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Department of the Languages and Cultures of the Near and Middle East

Research Degrees (MPhil/PhD) in Near and Middle Eastern Studies

Overview

The list of the staff of the Department provides information on the main areas of teaching and research, and supervision for research students can be provided across this wide range.

Some Recent Research Theses

  • Izabella Czyzewska How to Pray to Hittite Gods: A Semantic andContextual Analysis of Hittite Prayer Terminology with the New Editions of Selected Prayers of Muršili II
  • Maria De Cillis  The Discourse of Compromise: Theoretical Constructs of Free Will and Predestination in the Works of Avicenna, Ghazālī and Ibn ʿArabī.
  • Jacob Eriksson Swedish mediation of the Israeli-Palestinian conflict: a study of the utility of small-state mediation and Track II diplomacy.
  • Benjamin Geer Priests of the Nation: Nationalism and Power in Modern Egyptian
    Literature and Cinema.
  • Alyn D. Hine Russian Literature in the Works of Mikhail Nu'ayma
  • Christie Johnson Authorship in Kitab al-aghani: production, reception, subjectivit
  • Walid Khazendar Place in the Making: A Study on Image-Making in Early Arabic Poetry.
  • Krikor Moskofian Literature and Survival: Literary Criticism and the Construction of Cultural Identity in Armenian Printed Press of Diaspora 1919-1928.
  • Khadiga Musa A Critical Edition of a Twelve/Eighteenth Century Manuscript on Legal Maxims: ‘Umdat al-Nazir fi’l-Ashbāh wa’l-Naẓā`ir.
  • Laetitia Nanquette The Eye Sees Not Itself: Images of France and Iran Through Their Literatures (1979-2009).
  • Luis Siddall The reign of Adad-narari III.
  • Ludek Vacín Shulgi of Ur: Life, Deeds, Ideology and Legacy of a Mesopotamian Ruler as Reflected Primarily in Literary Texts.
  • Lisa Wilhelmi The Akkadian of Boğazköy

Academic Staff and their Research Areas

Professor Muhammad A S Abdel Haleem BA (Cairo) PHD (Cantab) FCIL (London)
Qur’an, Hadith, Tafsir; Islam in society; classical and modern Arabic literature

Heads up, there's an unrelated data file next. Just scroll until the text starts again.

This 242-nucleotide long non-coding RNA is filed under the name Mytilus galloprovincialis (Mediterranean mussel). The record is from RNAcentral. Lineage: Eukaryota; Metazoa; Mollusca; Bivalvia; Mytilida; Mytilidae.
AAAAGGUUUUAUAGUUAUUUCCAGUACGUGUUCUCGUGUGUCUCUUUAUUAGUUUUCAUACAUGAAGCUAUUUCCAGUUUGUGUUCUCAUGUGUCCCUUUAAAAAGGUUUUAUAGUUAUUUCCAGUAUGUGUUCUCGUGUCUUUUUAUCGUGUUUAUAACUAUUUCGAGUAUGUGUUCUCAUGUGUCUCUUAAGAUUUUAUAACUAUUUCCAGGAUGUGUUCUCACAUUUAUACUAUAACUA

Dr George Dedes BA MA PhD (Harvard)
Early Anatolian Turkish; Ottoman language and literature; Ottoman history; Turkish-Greek relations; modern Turkish culture

Dr Ayman El-Desouky BA (American Univ. Cairo) MA PhD (Austin, Texas)
Comparative literature, 19th and 20th-century Arabic literature, hermeneutics, modern philosophy and theory

Professor Andrew R George BA PhD (Birmingham) FBA
Cuneiform and Ancient Mesopotamian studies

Professor B George Hewitt MA PhD (Cantab) FBA
Caucasian languages (especially South and North West Caucasian) and linguistics; language work

Dr Marlé Hammond BA MA PhD (Columbia University)
Classical and Modern Arabic Literature and Poetics; Egyptian and Arabic Cinemas; Women's Writing; Folkloric Narrative

Professor Hugh Kennedy PhD (Cantab)
Medieval history of Arabic-speaking lands

Dr Karima Laachir BA (Abdelmalek Essadi University, Tetouan Morocco) MA PhD (Leeds) PGCHE (Birmingham)
Comparative postcolonial literature (Arabophone, Francophone and Anglophone), Arabic popular culture, Diasporic cultural productions,literature of the North African diaspora (Beur), exclusion of ethnic minorities in Europe with a specific focus on France, postcolonialism and colonial legacies, Islam and Islamophobia.

Dr Chris Lucas BA (SOAS) MA PhD (Cantab)
Grammatical change and the interface between syntax, semantics and pragmatics in Arabic and other Afro-Asiatic languages, and in English and other (Indo-)European languages.

Dr Nima Mina BA (Marburg) MMus PhD (Montreal)
Classical and Modern Persian literature, Orientalism in 18th-20thcentury Europe, Middle Eastern minority writers in Europe, Diaspora studies, music performance, translation studies

Dr Wen-Chin Ouyang BA BEd (Tripoli) MA MPhil PhD (Columbia University)
Classical and modern Arabic literature, The 1001 Nights and Arabic Popular Epics, Classical and modern Arabic Critical thought and theory, Networks of Circulation and World Literature, Semiotics of the Visual

Dr Mustafa Shah BA PhD (London)
The early Arabic linguistic tradition; classical Islamic theology and jurisprudence

Dr Ayman Shihadeh BA (London) MSt (Oxon) DPhil (Oxon)
Arabic philosophy; Islamic theology; ethical theory in Islam; Arabic paleography and codicology

Dr Stefan Sperl BA (Oxon) PhD (London)
Classical Arabic literature, medieval Arabic popular literature; court poetry and oral literature; refugee studies

Dr Yair Wallach BSc MA PhD (University of London)
Culture, Society and History of modern Israel/Palestine; Visual and Material Culture; Urban Studies; Israel-Palestine Conflict

Dr Mark Weeden
Hittite, Akkadian language and literature in Syria

Dr Katherine P Zebiri BA PhD (London)
Arabic language and literature; modern Islamic studies

Structure

All students register in year 1 of the programme as MPhil students. The upgrade from MPhil to PhD takes place at the end of the first academic session for full time students (or at the end of the second academic session for part time students).

All new MPhil/PhD students are provided with a supervisory committee of three members, comprising a main or primary supervisor, and a second and third supervisor. The split in time commitment across the supervisory committee is 60:25:15. In the first year students are expected to meet their main supervisor on a bi-weekly basis for a period of at least one hour.